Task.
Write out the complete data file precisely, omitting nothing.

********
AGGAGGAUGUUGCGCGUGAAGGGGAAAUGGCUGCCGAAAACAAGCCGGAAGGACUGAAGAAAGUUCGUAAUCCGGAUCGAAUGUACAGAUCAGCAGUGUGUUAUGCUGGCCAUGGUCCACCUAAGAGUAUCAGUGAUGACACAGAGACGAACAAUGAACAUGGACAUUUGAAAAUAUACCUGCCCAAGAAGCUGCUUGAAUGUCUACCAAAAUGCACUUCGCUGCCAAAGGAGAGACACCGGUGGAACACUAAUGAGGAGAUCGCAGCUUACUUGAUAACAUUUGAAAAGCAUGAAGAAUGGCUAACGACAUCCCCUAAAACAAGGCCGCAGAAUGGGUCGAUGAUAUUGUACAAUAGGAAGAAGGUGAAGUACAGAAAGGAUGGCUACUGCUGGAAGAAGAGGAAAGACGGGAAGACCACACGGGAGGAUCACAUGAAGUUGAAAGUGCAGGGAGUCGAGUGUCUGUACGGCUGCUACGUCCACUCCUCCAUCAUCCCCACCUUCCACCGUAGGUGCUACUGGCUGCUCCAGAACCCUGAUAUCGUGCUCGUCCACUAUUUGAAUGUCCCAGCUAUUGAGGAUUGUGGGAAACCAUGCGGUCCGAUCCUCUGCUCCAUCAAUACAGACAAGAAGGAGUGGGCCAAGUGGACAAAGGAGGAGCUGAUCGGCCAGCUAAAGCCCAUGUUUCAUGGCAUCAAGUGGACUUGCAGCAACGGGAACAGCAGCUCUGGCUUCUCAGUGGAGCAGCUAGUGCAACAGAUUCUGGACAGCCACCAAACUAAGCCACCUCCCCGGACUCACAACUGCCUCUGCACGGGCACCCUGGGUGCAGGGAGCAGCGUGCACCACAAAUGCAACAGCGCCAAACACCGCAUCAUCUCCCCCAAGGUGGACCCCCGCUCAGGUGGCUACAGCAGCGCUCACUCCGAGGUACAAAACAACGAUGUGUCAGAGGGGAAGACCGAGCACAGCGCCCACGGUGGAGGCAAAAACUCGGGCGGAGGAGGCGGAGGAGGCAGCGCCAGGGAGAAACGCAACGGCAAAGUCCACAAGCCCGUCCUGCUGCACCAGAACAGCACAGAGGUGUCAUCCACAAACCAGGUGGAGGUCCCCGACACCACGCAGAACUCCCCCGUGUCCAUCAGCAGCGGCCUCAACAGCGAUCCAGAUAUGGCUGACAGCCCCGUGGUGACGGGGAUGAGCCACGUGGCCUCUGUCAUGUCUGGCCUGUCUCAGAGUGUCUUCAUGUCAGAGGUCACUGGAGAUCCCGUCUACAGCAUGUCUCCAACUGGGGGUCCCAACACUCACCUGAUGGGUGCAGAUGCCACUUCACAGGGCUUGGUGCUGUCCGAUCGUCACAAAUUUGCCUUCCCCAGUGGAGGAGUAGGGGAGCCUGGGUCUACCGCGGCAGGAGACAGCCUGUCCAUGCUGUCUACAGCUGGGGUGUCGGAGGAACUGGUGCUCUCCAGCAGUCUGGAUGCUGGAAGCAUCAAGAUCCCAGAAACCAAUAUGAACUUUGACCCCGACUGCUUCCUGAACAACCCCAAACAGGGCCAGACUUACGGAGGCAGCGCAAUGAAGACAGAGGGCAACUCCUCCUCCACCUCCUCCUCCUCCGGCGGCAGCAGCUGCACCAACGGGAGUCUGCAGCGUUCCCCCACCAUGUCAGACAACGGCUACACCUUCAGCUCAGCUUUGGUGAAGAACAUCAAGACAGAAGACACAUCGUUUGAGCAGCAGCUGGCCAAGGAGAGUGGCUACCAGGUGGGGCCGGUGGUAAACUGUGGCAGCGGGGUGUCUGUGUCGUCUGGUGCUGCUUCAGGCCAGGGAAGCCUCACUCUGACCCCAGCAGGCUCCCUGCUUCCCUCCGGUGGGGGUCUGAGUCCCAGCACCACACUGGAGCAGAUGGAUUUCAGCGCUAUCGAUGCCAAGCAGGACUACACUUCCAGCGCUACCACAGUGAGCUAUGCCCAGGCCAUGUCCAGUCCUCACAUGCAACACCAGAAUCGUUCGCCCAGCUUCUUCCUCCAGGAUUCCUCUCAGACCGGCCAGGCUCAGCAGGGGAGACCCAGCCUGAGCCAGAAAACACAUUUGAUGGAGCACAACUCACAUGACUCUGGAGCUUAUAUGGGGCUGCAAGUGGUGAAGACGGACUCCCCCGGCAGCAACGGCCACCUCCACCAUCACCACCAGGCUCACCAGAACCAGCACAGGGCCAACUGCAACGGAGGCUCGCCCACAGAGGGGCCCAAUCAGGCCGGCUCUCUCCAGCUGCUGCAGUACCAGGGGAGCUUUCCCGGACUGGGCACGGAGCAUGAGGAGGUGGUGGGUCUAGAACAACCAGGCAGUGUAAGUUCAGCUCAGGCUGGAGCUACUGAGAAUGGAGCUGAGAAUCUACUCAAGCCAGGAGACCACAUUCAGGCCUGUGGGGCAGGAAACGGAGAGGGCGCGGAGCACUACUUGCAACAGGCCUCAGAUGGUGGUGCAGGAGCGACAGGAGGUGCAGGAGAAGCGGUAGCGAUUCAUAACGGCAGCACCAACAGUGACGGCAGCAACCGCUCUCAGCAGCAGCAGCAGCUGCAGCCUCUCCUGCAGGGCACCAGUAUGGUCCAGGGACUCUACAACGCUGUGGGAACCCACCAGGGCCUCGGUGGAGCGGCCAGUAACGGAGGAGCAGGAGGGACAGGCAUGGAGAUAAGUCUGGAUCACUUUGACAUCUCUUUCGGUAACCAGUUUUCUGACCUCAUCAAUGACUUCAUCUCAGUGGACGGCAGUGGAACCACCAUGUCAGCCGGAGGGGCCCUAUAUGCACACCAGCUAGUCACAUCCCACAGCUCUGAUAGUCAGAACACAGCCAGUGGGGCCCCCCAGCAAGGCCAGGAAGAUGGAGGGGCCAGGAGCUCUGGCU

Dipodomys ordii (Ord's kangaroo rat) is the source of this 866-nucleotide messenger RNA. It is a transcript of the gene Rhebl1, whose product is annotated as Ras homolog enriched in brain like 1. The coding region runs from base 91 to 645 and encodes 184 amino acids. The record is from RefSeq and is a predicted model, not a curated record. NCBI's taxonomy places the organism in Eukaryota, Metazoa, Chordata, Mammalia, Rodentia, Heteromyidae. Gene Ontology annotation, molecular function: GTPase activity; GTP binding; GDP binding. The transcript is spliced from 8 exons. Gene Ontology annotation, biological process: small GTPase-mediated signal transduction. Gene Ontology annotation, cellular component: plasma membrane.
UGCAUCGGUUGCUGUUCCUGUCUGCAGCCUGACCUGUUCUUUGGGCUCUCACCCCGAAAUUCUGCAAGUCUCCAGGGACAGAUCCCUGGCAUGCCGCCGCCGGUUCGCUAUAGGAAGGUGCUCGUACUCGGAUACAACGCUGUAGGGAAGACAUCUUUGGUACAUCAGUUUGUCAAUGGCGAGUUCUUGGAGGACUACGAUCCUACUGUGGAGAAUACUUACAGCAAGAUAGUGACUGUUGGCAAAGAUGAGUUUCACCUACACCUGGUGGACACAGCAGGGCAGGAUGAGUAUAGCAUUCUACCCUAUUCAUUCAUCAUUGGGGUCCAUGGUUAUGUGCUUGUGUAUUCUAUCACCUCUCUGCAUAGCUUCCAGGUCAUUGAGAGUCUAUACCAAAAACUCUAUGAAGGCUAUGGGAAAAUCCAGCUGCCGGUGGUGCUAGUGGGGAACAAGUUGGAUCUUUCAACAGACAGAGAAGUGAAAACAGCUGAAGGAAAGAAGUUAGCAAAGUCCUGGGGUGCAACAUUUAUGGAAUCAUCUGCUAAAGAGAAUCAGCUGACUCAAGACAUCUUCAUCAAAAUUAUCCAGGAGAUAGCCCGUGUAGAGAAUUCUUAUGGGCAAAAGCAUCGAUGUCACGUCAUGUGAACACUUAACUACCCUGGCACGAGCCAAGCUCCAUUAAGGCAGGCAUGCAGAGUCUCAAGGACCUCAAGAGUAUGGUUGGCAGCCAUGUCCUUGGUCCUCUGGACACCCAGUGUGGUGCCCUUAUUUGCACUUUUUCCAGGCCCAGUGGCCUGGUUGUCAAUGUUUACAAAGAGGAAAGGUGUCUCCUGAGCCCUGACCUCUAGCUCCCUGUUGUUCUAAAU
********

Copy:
AGGAGGAUGUUGCGCGUGAAGGGGAAAUGGCUGCCGAAAACAAGCCGGAAGGACUGAAGAAAGUUCGUAAUCCGGAUCGAAUGUACAGAUCAGCAGUGUGUUAUGCUGGCCAUGGUCCACCUAAGAGUAUCAGUGAUGACACAGAGACGAACAAUGAACAUGGACAUUUGAAAAUAUACCUGCCCAAGAAGCUGCUUGAAUGUCUACCAAAAUGCACUUCGCUGCCAAAGGAGAGACACCGGUGGAACACUAAUGAGGAGAUCGCAGCUUACUUGAUAACAUUUGAAAAGCAUGAAGAAUGGCUAACGACAUCCCCUAAAACAAGGCCGCAGAAUGGGUCGAUGAUAUUGUACAAUAGGAAGAAGGUGAAGUACAGAAAGGAUGGCUACUGCUGGAAGAAGAGGAAAGACGGGAAGACCACACGGGAGGAUCACAUGAAGUUGAAAGUGCAGGGAGUCGAGUGUCUGUACGGCUGCUACGUCCACUCCUCCAUCAUCCCCACCUUCCACCGUAGGUGCUACUGGCUGCUCCAGAACCCUGAUAUCGUGCUCGUCCACUAUUUGAAUGUCCCAGCUAUUGAGGAUUGUGGGAAACCAUGCGGUCCGAUCCUCUGCUCCAUCAAUACAGACAAGAAGGAGUGGGCCAAGUGGACAAAGGAGGAGCUGAUCGGCCAGCUAAAGCCCAUGUUUCAUGGCAUCAAGUGGACUUGCAGCAACGGGAACAGCAGCUCUGGCUUCUCAGUGGAGCAGCUAGUGCAACAGAUUCUGGACAGCCACCAAACUAAGCCACCUCCCCGGACUCACAACUGCCUCUGCACGGGCACCCUGGGUGCAGGGAGCAGCGUGCACCACAAAUGCAACAGCGCCAAACACCGCAUCAUCUCCCCCAAGGUGGACCCCCGCUCAGGUGGCUACAGCAGCGCUCACUCCGAGGUACAAAACAACGAUGUGUCAGAGGGGAAGACCGAGCACAGCGCCCACGGUGGAGGCAAAAACUCGGGCGGAGGAGGCGGAGGAGGCAGCGCCAGGGAGAAACGCAACGGCAAAGUCCACAAGCCCGUCCUGCUGCACCAGAACAGCACAGAGGUGUCAUCCACAAACCAGGUGGAGGUCCCCGACACCACGCAGAACUCCCCCGUGUCCAUCAGCAGCGGCCUCAACAGCGAUCCAGAUAUGGCUGACAGCCCCGUGGUGACGGGGAUGAGCCACGUGGCCUCUGUCAUGUCUGGCCUGUCUCAGAGUGUCUUCAUGUCAGAGGUCACUGGAGAUCCCGUCUACAGCAUGUCUCCAACUGGGGGUCCCAACACUCACCUGAUGGGUGCAGAUGCCACUUCACAGGGCUUGGUGCUGUCCGAUCGUCACAAAUUUGCCUUCCCCAGUGGAGGAGUAGGGGAGCCUGGGUCUACCGCGGCAGGAGACAGCCUGUCCAUGCUGUCUACAGCUGGGGUGUCGGAGGAACUGGUGCUCUCCAGCAGUCUGGAUGCUGGAAGCAUCAAGAUCCCAGAAACCAAUAUGAACUUUGACCCCGACUGCUUCCUGAACAACCCCAAACAGGGCCAGACUUACGGAGGCAGCGCAAUGAAGACAGAGGGCAACUCCUCCUCCACCUCCUCCUCCUCCGGCGGCAGCAGCUGCACCAACGGGAGUCUGCAGCGUUCCCCCACCAUGUCAGACAACGGCUACACCUUCAGCUCAGCUUUGGUGAAGAACAUCAAGACAGAAGACACAUCGUUUGAGCAGCAGCUGGCCAAGGAGAGUGGCUACCAGGUGGGGCCGGUGGUAAACUGUGGCAGCGGGGUGUCUGUGUCGUCUGGUGCUGCUUCAGGCCAGGGAAGCCUCACUCUGACCCCAGCAGGCUCCCUGCUUCCCUCCGGUGGGGGUCUGAGUCCCAGCACCACACUGGAGCAGAUGGAUUUCAGCGCUAUCGAUGCCAAGCAGGACUACACUUCCAGCGCUACCACAGUGAGCUAUGCCCAGGCCAUGUCCAGUCCUCACAUGCAACACCAGAAUCGUUCGCCCAGCUUCUUCCUCCAGGAUUCCUCUCAGACCGGCCAGGCUCAGCAGGGGAGACCCAGCCUGAGCCAGAAAACACAUUUGAUGGAGCACAACUCACAUGACUCUGGAGCUUAUAUGGGGCUGCAAGUGGUGAAGACGGACUCCCCCGGCAGCAACGGCCACCUCCACCAUCACCACCAGGCUCACCAGAACCAGCACAGGGCCAACUGCAACGGAGGCUCGCCCACAGAGGGGCCCAAUCAGGCCGGCUCUCUCCAGCUGCUGCAGUACCAGGGGAGCUUUCCCGGACUGGGCACGGAGCAUGAGGAGGUGGUGGGUCUAGAACAACCAGGCAGUGUAAGUUCAGCUCAGGCUGGAGCUACUGAGAAUGGAGCUGAGAAUCUACUCAAGCCAGGAGACCACAUUCAGGCCUGUGGGGCAGGAAACGGAGAGGGCGCGGAGCACUACUUGCAACAGGCCUCAGAUGGUGGUGCAGGAGCGACAGGAGGUGCAGGAGAAGCGGUAGCGAUUCAUAACGGCAGCACCAACAGUGACGGCAGCAACCGCUCUCAGCAGCAGCAGCAGCUGCAGCCUCUCCUGCAGGGCACCAGUAUGGUCCAGGGACUCUACAACGCUGUGGGAACCCACCAGGGCCUCGGUGGAGCGGCCAGUAACGGAGGAGCAGGAGGGACAGGCAUGGAGAUAAGUCUGGAUCACUUUGACAUCUCUUUCGGUAACCAGUUUUCUGACCUCAUCAAUGACUUCAUCUCAGUGGACGGCAGUGGAACCACCAUGUCAGCCGGAGGGGCCCUAUAUGCACACCAGCUAGUCACAUCCCACAGCUCUGAUAGUCAGAACACAGCCAGUGGGGCCCCCCAGCAAGGCCAGGAAGAUGGAGGGGCCAGGAGCUCUGGCU

Dipodomys ordii (Ord's kangaroo rat) is the source of this 866-nucleotide messenger RNA. It is a transcript of the gene Rhebl1, whose product is annotated as Ras homolog enriched in brain like 1. The coding region runs from base 91 to 645 and encodes 184 amino acids. The record is from RefSeq and is a predicted model, not a curated record. NCBI's taxonomy places the organism in Eukaryota, Metazoa, Chordata, Mammalia, Rodentia, Heteromyidae. Gene Ontology annotation, molecular function: GTPase activity; GTP binding; GDP binding. The transcript is spliced from 8 exons. Gene Ontology annotation, biological process: small GTPase-mediated signal transduction. Gene Ontology annotation, cellular component: plasma membrane.
UGCAUCGGUUGCUGUUCCUGUCUGCAGCCUGACCUGUUCUUUGGGCUCUCACCCCGAAAUUCUGCAAGUCUCCAGGGACAGAUCCCUGGCAUGCCGCCGCCGGUUCGCUAUAGGAAGGUGCUCGUACUCGGAUACAACGCUGUAGGGAAGACAUCUUUGGUACAUCAGUUUGUCAAUGGCGAGUUCUUGGAGGACUACGAUCCUACUGUGGAGAAUACUUACAGCAAGAUAGUGACUGUUGGCAAAGAUGAGUUUCACCUACACCUGGUGGACACAGCAGGGCAGGAUGAGUAUAGCAUUCUACCCUAUUCAUUCAUCAUUGGGGUCCAUGGUUAUGUGCUUGUGUAUUCUAUCACCUCUCUGCAUAGCUUCCAGGUCAUUGAGAGUCUAUACCAAAAACUCUAUGAAGGCUAUGGGAAAAUCCAGCUGCCGGUGGUGCUAGUGGGGAACAAGUUGGAUCUUUCAACAGACAGAGAAGUGAAAACAGCUGAAGGAAAGAAGUUAGCAAAGUCCUGGGGUGCAACAUUUAUGGAAUCAUCUGCUAAAGAGAAUCAGCUGACUCAAGACAUCUUCAUCAAAAUUAUCCAGGAGAUAGCCCGUGUAGAGAAUUCUUAUGGGCAAAAGCAUCGAUGUCACGUCAUGUGAACACUUAACUACCCUGGCACGAGCCAAGCUCCAUUAAGGCAGGCAUGCAGAGUCUCAAGGACCUCAAGAGUAUGGUUGGCAGCCAUGUCCUUGGUCCUCUGGACACCCAGUGUGGUGCCCUUAUUUGCACUUUUUCCAGGCCCAGUGGCCUGGUUGUCAAUGUUUACAAAGAGGAAAGGUGUCUCCUGAGCCCUGACCUCUAGCUCCCUGUUGUUCUAAAU